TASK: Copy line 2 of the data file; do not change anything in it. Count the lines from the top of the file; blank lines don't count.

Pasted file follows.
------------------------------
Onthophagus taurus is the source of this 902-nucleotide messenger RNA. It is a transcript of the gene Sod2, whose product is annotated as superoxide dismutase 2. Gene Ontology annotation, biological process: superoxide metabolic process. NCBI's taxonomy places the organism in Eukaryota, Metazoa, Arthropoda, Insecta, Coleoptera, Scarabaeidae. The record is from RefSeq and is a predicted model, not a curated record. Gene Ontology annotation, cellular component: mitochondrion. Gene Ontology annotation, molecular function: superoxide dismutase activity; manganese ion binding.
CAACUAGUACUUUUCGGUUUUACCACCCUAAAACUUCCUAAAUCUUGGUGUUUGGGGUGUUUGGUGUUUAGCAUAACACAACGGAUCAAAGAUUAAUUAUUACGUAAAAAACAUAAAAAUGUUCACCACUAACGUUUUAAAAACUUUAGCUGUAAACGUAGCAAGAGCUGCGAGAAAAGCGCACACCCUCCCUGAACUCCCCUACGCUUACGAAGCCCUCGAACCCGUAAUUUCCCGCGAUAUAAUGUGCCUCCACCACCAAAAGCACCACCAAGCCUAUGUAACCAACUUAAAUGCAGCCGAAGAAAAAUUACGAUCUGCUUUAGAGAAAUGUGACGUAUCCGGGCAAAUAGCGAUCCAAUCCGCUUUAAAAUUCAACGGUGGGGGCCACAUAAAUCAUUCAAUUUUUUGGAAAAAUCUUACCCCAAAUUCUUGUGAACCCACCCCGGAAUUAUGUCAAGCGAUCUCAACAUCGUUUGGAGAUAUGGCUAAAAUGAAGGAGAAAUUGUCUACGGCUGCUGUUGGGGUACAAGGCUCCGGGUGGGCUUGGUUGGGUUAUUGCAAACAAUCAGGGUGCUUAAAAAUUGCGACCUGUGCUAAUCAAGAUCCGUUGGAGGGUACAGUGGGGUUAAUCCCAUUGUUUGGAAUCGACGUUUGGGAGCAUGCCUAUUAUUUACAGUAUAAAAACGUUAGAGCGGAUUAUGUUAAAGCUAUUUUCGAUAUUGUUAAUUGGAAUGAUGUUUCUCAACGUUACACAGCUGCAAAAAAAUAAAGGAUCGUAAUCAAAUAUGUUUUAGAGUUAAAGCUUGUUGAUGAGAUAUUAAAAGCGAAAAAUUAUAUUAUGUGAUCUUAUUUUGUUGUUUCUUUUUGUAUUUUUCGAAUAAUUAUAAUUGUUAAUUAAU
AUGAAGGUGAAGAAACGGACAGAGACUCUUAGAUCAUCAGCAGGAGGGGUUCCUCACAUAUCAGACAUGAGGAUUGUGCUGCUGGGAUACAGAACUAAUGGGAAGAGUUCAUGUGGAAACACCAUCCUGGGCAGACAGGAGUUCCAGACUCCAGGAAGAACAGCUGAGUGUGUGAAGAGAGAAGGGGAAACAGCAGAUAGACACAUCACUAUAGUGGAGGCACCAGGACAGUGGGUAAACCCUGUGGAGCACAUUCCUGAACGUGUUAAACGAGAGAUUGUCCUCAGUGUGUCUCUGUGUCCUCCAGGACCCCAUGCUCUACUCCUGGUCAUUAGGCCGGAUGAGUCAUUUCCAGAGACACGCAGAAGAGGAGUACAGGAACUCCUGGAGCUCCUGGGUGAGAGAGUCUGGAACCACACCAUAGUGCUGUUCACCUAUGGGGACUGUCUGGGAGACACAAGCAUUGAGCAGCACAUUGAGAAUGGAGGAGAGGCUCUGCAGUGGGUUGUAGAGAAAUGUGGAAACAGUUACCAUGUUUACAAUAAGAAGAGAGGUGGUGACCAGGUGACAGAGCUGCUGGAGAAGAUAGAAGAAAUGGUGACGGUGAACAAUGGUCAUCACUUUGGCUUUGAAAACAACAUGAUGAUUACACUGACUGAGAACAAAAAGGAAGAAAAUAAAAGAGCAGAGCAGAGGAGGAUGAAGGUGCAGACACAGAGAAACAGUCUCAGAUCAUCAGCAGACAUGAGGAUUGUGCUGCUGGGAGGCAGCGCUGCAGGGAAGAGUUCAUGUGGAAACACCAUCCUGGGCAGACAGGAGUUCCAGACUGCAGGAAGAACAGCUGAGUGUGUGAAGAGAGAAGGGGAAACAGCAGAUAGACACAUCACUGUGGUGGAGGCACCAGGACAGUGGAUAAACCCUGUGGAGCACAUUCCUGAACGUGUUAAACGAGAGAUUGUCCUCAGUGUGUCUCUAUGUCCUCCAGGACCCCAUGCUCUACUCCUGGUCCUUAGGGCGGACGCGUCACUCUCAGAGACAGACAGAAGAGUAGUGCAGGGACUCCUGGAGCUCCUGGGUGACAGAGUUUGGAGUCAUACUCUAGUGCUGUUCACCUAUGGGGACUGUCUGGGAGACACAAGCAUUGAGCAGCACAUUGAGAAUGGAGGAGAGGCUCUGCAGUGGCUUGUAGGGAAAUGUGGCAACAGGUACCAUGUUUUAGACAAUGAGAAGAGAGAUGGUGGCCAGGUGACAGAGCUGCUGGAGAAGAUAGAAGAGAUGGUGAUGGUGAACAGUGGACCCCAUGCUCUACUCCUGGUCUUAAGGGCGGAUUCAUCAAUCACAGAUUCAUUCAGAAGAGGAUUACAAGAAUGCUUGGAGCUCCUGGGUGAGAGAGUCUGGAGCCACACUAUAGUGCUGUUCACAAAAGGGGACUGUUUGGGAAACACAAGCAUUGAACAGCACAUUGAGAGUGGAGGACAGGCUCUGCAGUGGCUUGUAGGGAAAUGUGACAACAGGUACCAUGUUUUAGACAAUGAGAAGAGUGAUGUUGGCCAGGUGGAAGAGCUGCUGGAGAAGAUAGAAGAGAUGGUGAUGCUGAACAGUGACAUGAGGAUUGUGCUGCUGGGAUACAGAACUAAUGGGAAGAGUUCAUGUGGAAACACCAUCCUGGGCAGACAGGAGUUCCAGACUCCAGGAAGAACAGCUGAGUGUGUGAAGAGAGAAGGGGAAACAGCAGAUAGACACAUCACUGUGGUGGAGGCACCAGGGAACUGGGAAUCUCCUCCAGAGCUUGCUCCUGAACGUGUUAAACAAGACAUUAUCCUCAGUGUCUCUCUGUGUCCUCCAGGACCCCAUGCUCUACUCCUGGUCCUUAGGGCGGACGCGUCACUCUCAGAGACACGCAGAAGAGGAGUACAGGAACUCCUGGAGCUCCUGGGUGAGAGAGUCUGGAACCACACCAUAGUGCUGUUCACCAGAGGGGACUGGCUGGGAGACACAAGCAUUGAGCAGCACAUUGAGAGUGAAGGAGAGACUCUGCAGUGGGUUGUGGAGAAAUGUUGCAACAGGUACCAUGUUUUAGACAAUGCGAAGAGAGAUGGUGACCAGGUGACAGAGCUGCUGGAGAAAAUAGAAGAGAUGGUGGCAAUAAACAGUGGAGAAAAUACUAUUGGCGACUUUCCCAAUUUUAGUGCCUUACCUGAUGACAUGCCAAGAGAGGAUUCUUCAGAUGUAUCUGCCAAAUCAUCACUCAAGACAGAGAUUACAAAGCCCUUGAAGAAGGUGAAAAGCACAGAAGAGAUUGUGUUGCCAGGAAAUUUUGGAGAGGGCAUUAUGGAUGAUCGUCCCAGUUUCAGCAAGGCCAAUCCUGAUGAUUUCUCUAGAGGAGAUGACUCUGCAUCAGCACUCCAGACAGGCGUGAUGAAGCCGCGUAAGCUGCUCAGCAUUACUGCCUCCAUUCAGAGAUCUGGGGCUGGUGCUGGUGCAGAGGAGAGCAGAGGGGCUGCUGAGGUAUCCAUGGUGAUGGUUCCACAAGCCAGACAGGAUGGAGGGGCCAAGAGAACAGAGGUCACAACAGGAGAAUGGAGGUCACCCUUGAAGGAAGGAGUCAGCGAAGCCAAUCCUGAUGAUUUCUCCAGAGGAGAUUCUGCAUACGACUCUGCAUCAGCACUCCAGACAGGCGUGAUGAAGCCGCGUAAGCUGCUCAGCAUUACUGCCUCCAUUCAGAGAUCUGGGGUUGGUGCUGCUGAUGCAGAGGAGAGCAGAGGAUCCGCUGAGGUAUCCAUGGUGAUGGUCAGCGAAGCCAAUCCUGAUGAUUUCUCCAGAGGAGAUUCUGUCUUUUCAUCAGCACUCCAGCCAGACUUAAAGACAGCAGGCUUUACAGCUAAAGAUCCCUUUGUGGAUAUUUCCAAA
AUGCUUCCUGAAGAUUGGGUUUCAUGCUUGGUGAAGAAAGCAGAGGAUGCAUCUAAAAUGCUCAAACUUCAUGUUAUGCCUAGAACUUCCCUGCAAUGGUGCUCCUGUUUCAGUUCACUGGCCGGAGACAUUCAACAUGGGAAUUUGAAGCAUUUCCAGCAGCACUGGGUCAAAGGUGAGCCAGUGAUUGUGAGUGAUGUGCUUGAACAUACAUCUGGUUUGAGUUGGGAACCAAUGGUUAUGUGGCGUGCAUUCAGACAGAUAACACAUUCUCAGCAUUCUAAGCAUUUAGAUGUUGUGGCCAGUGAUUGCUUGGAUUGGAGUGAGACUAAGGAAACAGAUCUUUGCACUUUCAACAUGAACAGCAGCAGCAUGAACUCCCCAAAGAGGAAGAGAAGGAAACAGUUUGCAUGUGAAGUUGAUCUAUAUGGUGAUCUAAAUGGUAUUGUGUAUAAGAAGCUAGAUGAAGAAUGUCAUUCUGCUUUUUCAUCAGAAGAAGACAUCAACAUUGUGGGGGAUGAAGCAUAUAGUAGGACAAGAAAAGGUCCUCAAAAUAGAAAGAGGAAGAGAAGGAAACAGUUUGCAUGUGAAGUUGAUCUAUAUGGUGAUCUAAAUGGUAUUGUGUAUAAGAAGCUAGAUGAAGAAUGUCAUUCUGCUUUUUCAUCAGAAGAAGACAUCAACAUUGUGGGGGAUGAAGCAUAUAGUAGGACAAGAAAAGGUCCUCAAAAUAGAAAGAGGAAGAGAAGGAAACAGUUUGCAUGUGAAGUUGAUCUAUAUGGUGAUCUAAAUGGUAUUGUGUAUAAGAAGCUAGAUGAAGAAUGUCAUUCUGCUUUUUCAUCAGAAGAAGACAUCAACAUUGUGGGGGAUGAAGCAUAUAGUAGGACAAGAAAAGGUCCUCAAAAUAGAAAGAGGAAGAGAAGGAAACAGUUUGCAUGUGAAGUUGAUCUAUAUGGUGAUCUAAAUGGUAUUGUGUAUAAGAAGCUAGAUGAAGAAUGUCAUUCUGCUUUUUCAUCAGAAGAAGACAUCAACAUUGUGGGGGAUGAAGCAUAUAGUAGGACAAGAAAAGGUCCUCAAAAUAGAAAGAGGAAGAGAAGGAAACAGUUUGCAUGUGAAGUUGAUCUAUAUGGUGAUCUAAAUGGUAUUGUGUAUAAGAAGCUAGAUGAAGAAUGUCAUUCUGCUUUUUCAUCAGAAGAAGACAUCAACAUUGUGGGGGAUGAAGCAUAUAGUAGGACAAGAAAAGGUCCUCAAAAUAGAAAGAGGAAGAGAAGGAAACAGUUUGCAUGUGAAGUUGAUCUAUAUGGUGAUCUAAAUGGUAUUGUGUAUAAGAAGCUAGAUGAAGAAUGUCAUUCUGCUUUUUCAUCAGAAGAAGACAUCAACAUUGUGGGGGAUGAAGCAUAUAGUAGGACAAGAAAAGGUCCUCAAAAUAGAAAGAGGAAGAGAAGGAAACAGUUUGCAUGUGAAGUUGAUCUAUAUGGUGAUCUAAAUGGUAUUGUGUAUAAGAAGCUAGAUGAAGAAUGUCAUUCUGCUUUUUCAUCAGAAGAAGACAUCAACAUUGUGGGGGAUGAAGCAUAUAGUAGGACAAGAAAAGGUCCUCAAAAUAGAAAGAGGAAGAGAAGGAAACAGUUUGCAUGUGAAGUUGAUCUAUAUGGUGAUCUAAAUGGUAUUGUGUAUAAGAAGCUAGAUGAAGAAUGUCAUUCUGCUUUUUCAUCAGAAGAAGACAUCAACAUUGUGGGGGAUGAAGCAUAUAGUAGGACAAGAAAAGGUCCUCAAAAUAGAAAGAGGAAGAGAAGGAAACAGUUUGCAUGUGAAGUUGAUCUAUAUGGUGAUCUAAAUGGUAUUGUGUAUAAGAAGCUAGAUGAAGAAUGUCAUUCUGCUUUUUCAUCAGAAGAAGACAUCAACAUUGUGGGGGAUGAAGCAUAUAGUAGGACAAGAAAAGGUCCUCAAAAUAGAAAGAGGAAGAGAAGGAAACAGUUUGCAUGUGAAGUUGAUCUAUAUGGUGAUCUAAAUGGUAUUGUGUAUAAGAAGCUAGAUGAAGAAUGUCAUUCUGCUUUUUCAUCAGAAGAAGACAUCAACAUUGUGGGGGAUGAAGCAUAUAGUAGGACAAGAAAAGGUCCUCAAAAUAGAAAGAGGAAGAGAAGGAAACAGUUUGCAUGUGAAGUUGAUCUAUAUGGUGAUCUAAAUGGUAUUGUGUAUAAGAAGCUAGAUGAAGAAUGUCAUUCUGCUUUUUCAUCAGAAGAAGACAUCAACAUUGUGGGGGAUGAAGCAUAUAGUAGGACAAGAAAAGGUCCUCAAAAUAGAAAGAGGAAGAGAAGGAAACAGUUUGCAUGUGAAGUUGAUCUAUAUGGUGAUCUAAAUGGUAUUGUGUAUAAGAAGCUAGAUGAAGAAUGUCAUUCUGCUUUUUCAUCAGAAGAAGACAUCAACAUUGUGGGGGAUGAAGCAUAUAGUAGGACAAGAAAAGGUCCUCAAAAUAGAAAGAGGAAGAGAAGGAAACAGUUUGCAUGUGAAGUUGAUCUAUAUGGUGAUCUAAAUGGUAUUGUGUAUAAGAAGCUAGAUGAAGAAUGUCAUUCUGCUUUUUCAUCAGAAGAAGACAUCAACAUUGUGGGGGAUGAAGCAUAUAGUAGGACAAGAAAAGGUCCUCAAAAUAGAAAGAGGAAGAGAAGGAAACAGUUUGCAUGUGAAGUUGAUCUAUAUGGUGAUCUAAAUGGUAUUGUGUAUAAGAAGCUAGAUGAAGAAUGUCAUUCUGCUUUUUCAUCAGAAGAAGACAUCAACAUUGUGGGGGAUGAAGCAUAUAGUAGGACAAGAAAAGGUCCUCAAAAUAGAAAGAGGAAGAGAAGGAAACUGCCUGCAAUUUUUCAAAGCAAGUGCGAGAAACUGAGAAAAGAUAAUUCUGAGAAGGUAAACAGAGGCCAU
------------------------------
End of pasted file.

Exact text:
CAACUAGUACUUUUCGGUUUUACCACCCUAAAACUUCCUAAAUCUUGGUGUUUGGGGUGUUUGGUGUUUAGCAUAACACAACGGAUCAAAGAUUAAUUAUUACGUAAAAAACAUAAAAAUGUUCACCACUAACGUUUUAAAAACUUUAGCUGUAAACGUAGCAAGAGCUGCGAGAAAAGCGCACACCCUCCCUGAACUCCCCUACGCUUACGAAGCCCUCGAACCCGUAAUUUCCCGCGAUAUAAUGUGCCUCCACCACCAAAAGCACCACCAAGCCUAUGUAACCAACUUAAAUGCAGCCGAAGAAAAAUUACGAUCUGCUUUAGAGAAAUGUGACGUAUCCGGGCAAAUAGCGAUCCAAUCCGCUUUAAAAUUCAACGGUGGGGGCCACAUAAAUCAUUCAAUUUUUUGGAAAAAUCUUACCCCAAAUUCUUGUGAACCCACCCCGGAAUUAUGUCAAGCGAUCUCAACAUCGUUUGGAGAUAUGGCUAAAAUGAAGGAGAAAUUGUCUACGGCUGCUGUUGGGGUACAAGGCUCCGGGUGGGCUUGGUUGGGUUAUUGCAAACAAUCAGGGUGCUUAAAAAUUGCGACCUGUGCUAAUCAAGAUCCGUUGGAGGGUACAGUGGGGUUAAUCCCAUUGUUUGGAAUCGACGUUUGGGAGCAUGCCUAUUAUUUACAGUAUAAAAACGUUAGAGCGGAUUAUGUUAAAGCUAUUUUCGAUAUUGUUAAUUGGAAUGAUGUUUCUCAACGUUACACAGCUGCAAAAAAAUAAAGGAUCGUAAUCAAAUAUGUUUUAGAGUUAAAGCUUGUUGAUGAGAUAUUAAAAGCGAAAAAUUAUAUUAUGUGAUCUUAUUUUGUUGUUUCUUUUUGUAUUUUUCGAAUAAUUAUAAUUGUUAAUUAAU